+ inload: Painting Kroot +

+ Painting Kroot +

+ Alas, the new Kill Team box has not yet arrived with me, so I couldn't get stuck into the new Kroot. On the plus side, of course, this left my evening free to carry on with those already on the desk. Perhaps a blessing in disguise! +


+ Observations on the Kroot models +

+ All of these figures are work-in-progress, but it's been a very long time since I've both struggled and enjoyed painting so much. As I mentioned in an earlier inload, I've always loved Brian Nelson's beautiful sculpts of the Kroot, but have found painting them difficult – though happily, not unpleasant. It's a multi-layered challenge – lots of organic shapes; lots of decisions to make on colours; and a surprising amount of little details. Being an older sprue, some of the details are slightly soft, so you have to be more aware of exactly where you're applying the paint. +

+ Having said that, they also lend themselves beautifully to Citadel's washes – and I've used multiple layers of Seraphim Sepia on the skin. I've avoided using washes on the fabrics deliberately. Washes soften and blend edges – after all, that's what they're meant to do – and this creates a distinctive look. Because there's so much softness and an organic quality to the overall model, I want to make sure there's a variety of textures. Thus the skin and quills get washes, while traditional brush shading and highlighting is used on the fabrics. +

+ The weapons will likewise get some harder edge highlighting to give a different look and help the various parts to read. The weapons and techy bits are likely the last piece of the puzzle, and that's what I'll tackle next to finish them off. I'm looking forward to tackling some woodgrain (and feel free to remind me of this statement in the next inload, when I come back cursing!) +


+ Colour choices +

+ In terms of colour scheme, I've gone for a variety of warm oranges. Kroot, to me, suit a 'primitivist' underlying scheme, so that their really high-tech synthetic bits pop out from an overall earthy palette. Unsurprisingly, I've gone for a Predator-inspired scheme, and brought in some stippling (lots of little overlapping dots) on the top of the head, back and shoulders to create some visual interest. This also serves to frame the face. With the quills emerging from the back of the heads, it's easy for the top, rather than front, of the head to catch the eye – not great if you want to the face to be the focal point. +

+ Further complicating this is the fact that Kroot (obviously) don't have human features like lips, noses or stubble, so there's less that's immediately 'readable' to catch the viewer's eye and add interest. To help combat this, you could paint the 'beak' as distinctly different, but – while I like the avian aura – I didn't want them to read too obviously as 'birdmen'. Instead, I pushed the highlighting on the edges of the mouths so that they read as sharp and dangerous, and also to increase the contrast and detail to draw the eye. Further to that, I've gone for a super-contrasty white on black for the eyes – the gimlet gaze of alert predators. +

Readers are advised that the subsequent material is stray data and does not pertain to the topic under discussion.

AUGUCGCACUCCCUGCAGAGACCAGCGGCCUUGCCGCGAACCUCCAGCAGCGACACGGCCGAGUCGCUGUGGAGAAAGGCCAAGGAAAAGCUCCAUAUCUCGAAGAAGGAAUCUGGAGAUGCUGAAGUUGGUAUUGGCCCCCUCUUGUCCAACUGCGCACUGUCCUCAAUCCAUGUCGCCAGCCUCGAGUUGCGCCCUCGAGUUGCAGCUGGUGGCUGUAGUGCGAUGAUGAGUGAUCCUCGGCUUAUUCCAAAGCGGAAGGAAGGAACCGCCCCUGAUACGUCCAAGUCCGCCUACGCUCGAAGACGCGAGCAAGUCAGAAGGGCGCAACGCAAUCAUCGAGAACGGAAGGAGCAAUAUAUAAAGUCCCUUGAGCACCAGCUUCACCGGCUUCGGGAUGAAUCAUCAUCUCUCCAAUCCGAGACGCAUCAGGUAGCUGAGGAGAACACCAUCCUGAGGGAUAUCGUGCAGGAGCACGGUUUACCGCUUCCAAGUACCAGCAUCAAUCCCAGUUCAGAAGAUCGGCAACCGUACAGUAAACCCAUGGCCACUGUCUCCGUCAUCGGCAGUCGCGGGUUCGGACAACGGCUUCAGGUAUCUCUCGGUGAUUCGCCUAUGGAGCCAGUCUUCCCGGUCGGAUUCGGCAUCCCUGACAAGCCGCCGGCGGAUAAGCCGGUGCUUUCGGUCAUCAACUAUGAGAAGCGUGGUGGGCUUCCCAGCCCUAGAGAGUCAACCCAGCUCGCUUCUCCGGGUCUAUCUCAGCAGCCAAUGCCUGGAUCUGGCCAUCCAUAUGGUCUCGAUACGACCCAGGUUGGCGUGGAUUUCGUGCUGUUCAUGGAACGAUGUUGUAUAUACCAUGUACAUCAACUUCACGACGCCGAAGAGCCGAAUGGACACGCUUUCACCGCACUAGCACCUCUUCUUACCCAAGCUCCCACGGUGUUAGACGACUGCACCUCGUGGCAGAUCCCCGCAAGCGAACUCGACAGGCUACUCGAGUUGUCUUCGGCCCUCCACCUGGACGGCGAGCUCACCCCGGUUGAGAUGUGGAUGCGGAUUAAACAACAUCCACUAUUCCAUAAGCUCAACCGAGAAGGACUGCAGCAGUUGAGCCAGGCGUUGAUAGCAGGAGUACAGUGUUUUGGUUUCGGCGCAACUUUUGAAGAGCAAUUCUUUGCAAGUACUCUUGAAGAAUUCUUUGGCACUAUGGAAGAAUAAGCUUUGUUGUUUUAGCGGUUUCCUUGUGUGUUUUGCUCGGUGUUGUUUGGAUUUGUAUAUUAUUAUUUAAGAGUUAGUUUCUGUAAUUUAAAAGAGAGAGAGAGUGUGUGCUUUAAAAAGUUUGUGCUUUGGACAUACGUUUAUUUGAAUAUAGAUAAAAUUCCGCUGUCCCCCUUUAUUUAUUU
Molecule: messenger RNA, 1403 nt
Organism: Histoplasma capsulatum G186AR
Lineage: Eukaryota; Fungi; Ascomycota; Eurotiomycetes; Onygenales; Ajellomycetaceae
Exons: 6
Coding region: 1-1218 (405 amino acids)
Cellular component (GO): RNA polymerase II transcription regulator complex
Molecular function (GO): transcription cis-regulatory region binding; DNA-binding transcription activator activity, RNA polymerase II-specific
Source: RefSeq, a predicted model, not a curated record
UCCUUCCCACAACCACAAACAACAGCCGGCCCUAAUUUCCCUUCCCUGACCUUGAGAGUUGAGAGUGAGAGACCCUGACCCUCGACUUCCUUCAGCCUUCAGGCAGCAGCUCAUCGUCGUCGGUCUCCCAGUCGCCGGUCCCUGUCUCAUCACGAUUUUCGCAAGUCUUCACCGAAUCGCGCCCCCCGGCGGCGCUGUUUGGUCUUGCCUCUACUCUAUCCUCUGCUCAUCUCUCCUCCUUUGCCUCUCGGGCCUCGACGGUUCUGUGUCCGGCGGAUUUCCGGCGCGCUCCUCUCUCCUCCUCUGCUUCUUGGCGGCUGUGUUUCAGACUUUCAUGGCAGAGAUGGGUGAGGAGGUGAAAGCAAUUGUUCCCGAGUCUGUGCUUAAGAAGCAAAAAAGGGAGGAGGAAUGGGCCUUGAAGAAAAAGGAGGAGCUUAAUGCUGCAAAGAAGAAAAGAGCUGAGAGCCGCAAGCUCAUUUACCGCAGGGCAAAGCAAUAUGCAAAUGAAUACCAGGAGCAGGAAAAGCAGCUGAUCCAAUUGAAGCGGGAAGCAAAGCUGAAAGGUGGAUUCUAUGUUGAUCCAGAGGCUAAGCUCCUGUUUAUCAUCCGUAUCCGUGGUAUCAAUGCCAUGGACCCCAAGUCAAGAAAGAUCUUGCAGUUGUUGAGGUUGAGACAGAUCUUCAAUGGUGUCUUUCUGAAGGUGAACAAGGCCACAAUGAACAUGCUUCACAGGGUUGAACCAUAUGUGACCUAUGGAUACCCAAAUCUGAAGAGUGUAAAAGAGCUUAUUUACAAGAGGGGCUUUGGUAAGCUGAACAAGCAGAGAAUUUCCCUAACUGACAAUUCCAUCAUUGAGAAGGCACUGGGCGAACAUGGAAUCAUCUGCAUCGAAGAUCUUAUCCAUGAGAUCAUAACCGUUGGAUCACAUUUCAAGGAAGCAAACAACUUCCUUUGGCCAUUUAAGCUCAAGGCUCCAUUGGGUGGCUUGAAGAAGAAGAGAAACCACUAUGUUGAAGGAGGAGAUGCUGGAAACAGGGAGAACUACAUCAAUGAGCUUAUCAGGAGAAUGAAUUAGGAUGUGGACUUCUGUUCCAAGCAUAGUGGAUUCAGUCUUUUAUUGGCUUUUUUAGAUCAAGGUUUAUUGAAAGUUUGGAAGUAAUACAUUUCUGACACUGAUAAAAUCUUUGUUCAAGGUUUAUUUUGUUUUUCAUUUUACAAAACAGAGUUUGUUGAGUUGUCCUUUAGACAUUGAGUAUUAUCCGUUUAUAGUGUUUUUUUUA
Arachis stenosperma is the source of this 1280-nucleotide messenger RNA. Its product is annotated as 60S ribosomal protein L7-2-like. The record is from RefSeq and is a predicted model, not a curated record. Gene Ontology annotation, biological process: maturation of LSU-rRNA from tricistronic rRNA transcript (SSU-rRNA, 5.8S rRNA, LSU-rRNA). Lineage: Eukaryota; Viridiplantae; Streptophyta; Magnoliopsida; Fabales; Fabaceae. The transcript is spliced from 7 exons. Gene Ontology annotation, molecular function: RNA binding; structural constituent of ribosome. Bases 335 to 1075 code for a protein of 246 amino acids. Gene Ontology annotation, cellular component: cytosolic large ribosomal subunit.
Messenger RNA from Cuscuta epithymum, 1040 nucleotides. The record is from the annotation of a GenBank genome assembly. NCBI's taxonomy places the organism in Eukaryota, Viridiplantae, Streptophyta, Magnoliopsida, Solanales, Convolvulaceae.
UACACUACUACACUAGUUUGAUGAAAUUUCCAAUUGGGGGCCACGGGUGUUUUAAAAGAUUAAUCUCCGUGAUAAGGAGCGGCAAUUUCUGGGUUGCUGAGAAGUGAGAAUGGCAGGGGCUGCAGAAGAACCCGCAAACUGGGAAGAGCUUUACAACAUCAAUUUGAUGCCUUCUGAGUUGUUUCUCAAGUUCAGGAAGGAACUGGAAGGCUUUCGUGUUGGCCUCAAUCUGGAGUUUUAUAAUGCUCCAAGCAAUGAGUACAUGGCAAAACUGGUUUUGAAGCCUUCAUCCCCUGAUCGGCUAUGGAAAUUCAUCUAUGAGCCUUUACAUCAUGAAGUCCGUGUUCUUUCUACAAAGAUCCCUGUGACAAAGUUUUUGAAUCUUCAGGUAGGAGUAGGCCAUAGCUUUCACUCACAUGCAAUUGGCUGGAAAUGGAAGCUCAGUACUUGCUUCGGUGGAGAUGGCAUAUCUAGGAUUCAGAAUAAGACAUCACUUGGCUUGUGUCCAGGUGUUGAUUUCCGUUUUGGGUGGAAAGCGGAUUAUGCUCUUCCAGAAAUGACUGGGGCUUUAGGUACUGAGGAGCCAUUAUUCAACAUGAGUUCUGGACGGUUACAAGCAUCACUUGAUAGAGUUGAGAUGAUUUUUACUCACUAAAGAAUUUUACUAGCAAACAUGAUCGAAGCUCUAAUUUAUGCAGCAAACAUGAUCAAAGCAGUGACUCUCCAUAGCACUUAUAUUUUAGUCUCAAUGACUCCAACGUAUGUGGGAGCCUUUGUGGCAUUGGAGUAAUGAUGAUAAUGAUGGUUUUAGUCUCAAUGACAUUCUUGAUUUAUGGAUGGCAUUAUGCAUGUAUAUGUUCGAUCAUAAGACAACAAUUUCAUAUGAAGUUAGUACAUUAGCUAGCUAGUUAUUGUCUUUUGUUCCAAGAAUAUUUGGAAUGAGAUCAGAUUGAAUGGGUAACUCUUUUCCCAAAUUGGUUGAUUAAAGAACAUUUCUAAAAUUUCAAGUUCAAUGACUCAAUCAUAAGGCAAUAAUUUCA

+ Krootforms +

+ The (now-old) Kroothounds really capture the bestial, debased feel of the concept, and are fun little metal sculpts. I found my way for the Kroot on them, and tackled them first. I tried out a couple of different fabric colours – including a grey-blue (Prussian Blue) before settling on Death Guard Green and Iyanden Darksun as the underlayers. These were then built up with Mummy Brown from Army Painter. I really rate this paint – it's a lovely versatile warm white that just flows beautifully. +

+ Still to do on these (and the Kroot Carnivores above) are details like the bombs (quill grenades?) and similar. I'm also tempted to add some decoration to some of the fabrics. The background, so I understand, suggests that Kroot aren't particularly creative or artistic themselves, but I'd still like to have some form of culture represented. I'll probably mine various classic patterns – zig-zags, dags, spots and stripes. +

+ The other krootform in this batch is the hunting Knarloc. I'm very pleased with how this is coming along. On a whim, I decided to paint the previously-red Knarloc with a blue-green (Incubi Darkness) pattern. This was restricted to the top parts of the body, and I think it really helps to make the model pop, without being so saturated that it doesn't fit in. I painted the pattern in a couple of very thin glazes – that is, a layer of paint so thinned-down that some of the underlying colour comes through. I had already stippled the red skin underneath, and this read through the glazes. Nevertheless, skin will always look more realistic with more thin layers, so I also mottled the surface with further stippling. +